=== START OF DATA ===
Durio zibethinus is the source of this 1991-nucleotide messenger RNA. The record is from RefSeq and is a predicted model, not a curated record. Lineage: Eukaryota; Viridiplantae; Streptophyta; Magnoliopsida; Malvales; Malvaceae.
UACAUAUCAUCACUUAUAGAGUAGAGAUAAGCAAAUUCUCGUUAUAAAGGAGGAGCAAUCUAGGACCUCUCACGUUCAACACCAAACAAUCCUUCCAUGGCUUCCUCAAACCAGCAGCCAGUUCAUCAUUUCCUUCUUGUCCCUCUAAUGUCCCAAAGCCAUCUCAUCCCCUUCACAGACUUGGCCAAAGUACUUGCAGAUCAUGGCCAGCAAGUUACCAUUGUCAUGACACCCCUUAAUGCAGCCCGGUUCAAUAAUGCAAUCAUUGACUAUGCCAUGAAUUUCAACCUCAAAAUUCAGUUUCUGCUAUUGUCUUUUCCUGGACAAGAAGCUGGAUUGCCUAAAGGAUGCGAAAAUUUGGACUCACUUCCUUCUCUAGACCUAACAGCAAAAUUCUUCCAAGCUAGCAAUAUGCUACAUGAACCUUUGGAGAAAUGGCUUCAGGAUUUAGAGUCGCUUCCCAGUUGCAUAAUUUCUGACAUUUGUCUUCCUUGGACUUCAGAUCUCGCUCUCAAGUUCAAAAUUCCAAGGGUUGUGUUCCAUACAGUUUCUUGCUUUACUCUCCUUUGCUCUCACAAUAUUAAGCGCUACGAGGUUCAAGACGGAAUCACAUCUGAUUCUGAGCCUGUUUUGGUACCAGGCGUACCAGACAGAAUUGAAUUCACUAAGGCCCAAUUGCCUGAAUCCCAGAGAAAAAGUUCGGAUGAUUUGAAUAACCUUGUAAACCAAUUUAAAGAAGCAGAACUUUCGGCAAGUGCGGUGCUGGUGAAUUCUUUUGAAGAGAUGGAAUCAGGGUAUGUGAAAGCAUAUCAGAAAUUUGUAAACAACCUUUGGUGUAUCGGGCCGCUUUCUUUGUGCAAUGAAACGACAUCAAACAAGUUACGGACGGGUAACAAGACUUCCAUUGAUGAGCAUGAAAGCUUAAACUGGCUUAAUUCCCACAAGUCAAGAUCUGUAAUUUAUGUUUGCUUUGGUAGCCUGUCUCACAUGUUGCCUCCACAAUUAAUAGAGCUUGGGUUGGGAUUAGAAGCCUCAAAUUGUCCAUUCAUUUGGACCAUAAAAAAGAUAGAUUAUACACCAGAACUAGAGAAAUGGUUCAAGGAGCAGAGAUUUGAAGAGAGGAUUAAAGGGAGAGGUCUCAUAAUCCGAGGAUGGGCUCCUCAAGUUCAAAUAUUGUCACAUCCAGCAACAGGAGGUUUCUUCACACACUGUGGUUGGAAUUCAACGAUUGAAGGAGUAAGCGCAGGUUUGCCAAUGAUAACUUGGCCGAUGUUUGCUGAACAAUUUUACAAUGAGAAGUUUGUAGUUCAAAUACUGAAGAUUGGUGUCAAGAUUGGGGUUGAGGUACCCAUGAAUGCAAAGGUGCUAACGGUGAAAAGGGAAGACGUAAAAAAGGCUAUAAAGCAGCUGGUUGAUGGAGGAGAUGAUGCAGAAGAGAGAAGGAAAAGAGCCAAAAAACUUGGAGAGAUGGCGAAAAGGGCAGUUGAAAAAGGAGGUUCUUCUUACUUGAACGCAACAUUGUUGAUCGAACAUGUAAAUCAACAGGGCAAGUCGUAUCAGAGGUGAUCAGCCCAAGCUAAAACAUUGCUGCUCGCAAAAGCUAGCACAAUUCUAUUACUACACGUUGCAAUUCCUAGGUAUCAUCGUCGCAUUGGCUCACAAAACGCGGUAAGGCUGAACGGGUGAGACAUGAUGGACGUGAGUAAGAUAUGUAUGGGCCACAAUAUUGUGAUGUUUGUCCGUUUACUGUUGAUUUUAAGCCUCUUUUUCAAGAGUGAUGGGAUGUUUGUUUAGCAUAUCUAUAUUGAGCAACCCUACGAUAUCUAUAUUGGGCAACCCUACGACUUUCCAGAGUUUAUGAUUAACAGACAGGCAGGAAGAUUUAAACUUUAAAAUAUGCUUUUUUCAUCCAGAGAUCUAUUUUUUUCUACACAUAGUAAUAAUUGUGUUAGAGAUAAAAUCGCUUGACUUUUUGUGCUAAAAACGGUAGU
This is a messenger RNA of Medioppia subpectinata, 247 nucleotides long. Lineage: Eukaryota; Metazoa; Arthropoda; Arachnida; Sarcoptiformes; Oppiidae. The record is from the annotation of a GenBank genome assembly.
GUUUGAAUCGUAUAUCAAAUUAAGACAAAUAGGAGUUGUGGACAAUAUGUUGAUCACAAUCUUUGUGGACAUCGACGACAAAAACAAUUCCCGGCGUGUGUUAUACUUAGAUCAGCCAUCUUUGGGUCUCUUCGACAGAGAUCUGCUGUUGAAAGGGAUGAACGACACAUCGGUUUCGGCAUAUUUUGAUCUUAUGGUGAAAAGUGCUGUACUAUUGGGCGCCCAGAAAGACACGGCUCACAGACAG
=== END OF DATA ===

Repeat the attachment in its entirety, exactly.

Durio zibethinus is the source of this 1991-nucleotide messenger RNA. The record is from RefSeq and is a predicted model, not a curated record. Lineage: Eukaryota; Viridiplantae; Streptophyta; Magnoliopsida; Malvales; Malvaceae.
UACAUAUCAUCACUUAUAGAGUAGAGAUAAGCAAAUUCUCGUUAUAAAGGAGGAGCAAUCUAGGACCUCUCACGUUCAACACCAAACAAUCCUUCCAUGGCUUCCUCAAACCAGCAGCCAGUUCAUCAUUUCCUUCUUGUCCCUCUAAUGUCCCAAAGCCAUCUCAUCCCCUUCACAGACUUGGCCAAAGUACUUGCAGAUCAUGGCCAGCAAGUUACCAUUGUCAUGACACCCCUUAAUGCAGCCCGGUUCAAUAAUGCAAUCAUUGACUAUGCCAUGAAUUUCAACCUCAAAAUUCAGUUUCUGCUAUUGUCUUUUCCUGGACAAGAAGCUGGAUUGCCUAAAGGAUGCGAAAAUUUGGACUCACUUCCUUCUCUAGACCUAACAGCAAAAUUCUUCCAAGCUAGCAAUAUGCUACAUGAACCUUUGGAGAAAUGGCUUCAGGAUUUAGAGUCGCUUCCCAGUUGCAUAAUUUCUGACAUUUGUCUUCCUUGGACUUCAGAUCUCGCUCUCAAGUUCAAAAUUCCAAGGGUUGUGUUCCAUACAGUUUCUUGCUUUACUCUCCUUUGCUCUCACAAUAUUAAGCGCUACGAGGUUCAAGACGGAAUCACAUCUGAUUCUGAGCCUGUUUUGGUACCAGGCGUACCAGACAGAAUUGAAUUCACUAAGGCCCAAUUGCCUGAAUCCCAGAGAAAAAGUUCGGAUGAUUUGAAUAACCUUGUAAACCAAUUUAAAGAAGCAGAACUUUCGGCAAGUGCGGUGCUGGUGAAUUCUUUUGAAGAGAUGGAAUCAGGGUAUGUGAAAGCAUAUCAGAAAUUUGUAAACAACCUUUGGUGUAUCGGGCCGCUUUCUUUGUGCAAUGAAACGACAUCAAACAAGUUACGGACGGGUAACAAGACUUCCAUUGAUGAGCAUGAAAGCUUAAACUGGCUUAAUUCCCACAAGUCAAGAUCUGUAAUUUAUGUUUGCUUUGGUAGCCUGUCUCACAUGUUGCCUCCACAAUUAAUAGAGCUUGGGUUGGGAUUAGAAGCCUCAAAUUGUCCAUUCAUUUGGACCAUAAAAAAGAUAGAUUAUACACCAGAACUAGAGAAAUGGUUCAAGGAGCAGAGAUUUGAAGAGAGGAUUAAAGGGAGAGGUCUCAUAAUCCGAGGAUGGGCUCCUCAAGUUCAAAUAUUGUCACAUCCAGCAACAGGAGGUUUCUUCACACACUGUGGUUGGAAUUCAACGAUUGAAGGAGUAAGCGCAGGUUUGCCAAUGAUAACUUGGCCGAUGUUUGCUGAACAAUUUUACAAUGAGAAGUUUGUAGUUCAAAUACUGAAGAUUGGUGUCAAGAUUGGGGUUGAGGUACCCAUGAAUGCAAAGGUGCUAACGGUGAAAAGGGAAGACGUAAAAAAGGCUAUAAAGCAGCUGGUUGAUGGAGGAGAUGAUGCAGAAGAGAGAAGGAAAAGAGCCAAAAAACUUGGAGAGAUGGCGAAAAGGGCAGUUGAAAAAGGAGGUUCUUCUUACUUGAACGCAACAUUGUUGAUCGAACAUGUAAAUCAACAGGGCAAGUCGUAUCAGAGGUGAUCAGCCCAAGCUAAAACAUUGCUGCUCGCAAAAGCUAGCACAAUUCUAUUACUACACGUUGCAAUUCCUAGGUAUCAUCGUCGCAUUGGCUCACAAAACGCGGUAAGGCUGAACGGGUGAGACAUGAUGGACGUGAGUAAGAUAUGUAUGGGCCACAAUAUUGUGAUGUUUGUCCGUUUACUGUUGAUUUUAAGCCUCUUUUUCAAGAGUGAUGGGAUGUUUGUUUAGCAUAUCUAUAUUGAGCAACCCUACGAUAUCUAUAUUGGGCAACCCUACGACUUUCCAGAGUUUAUGAUUAACAGACAGGCAGGAAGAUUUAAACUUUAAAAUAUGCUUUUUUCAUCCAGAGAUCUAUUUUUUUCUACACAUAGUAAUAAUUGUGUUAGAGAUAAAAUCGCUUGACUUUUUGUGCUAAAAACGGUAGU
This is a messenger RNA of Medioppia subpectinata, 247 nucleotides long. Lineage: Eukaryota; Metazoa; Arthropoda; Arachnida; Sarcoptiformes; Oppiidae. The record is from the annotation of a GenBank genome assembly.
GUUUGAAUCGUAUAUCAAAUUAAGACAAAUAGGAGUUGUGGACAAUAUGUUGAUCACAAUCUUUGUGGACAUCGACGACAAAAACAAUUCCCGGCGUGUGUUAUACUUAGAUCAGCCAUCUUUGGGUCUCUUCGACAGAGAUCUGCUGUUGAAAGGGAUGAACGACACAUCGGUUUCGGCAUAUUUUGAUCUUAUGGUGAAAAGUGCUGUACUAUUGGGCGCCCAGAAAGACACGGCUCACAGACAG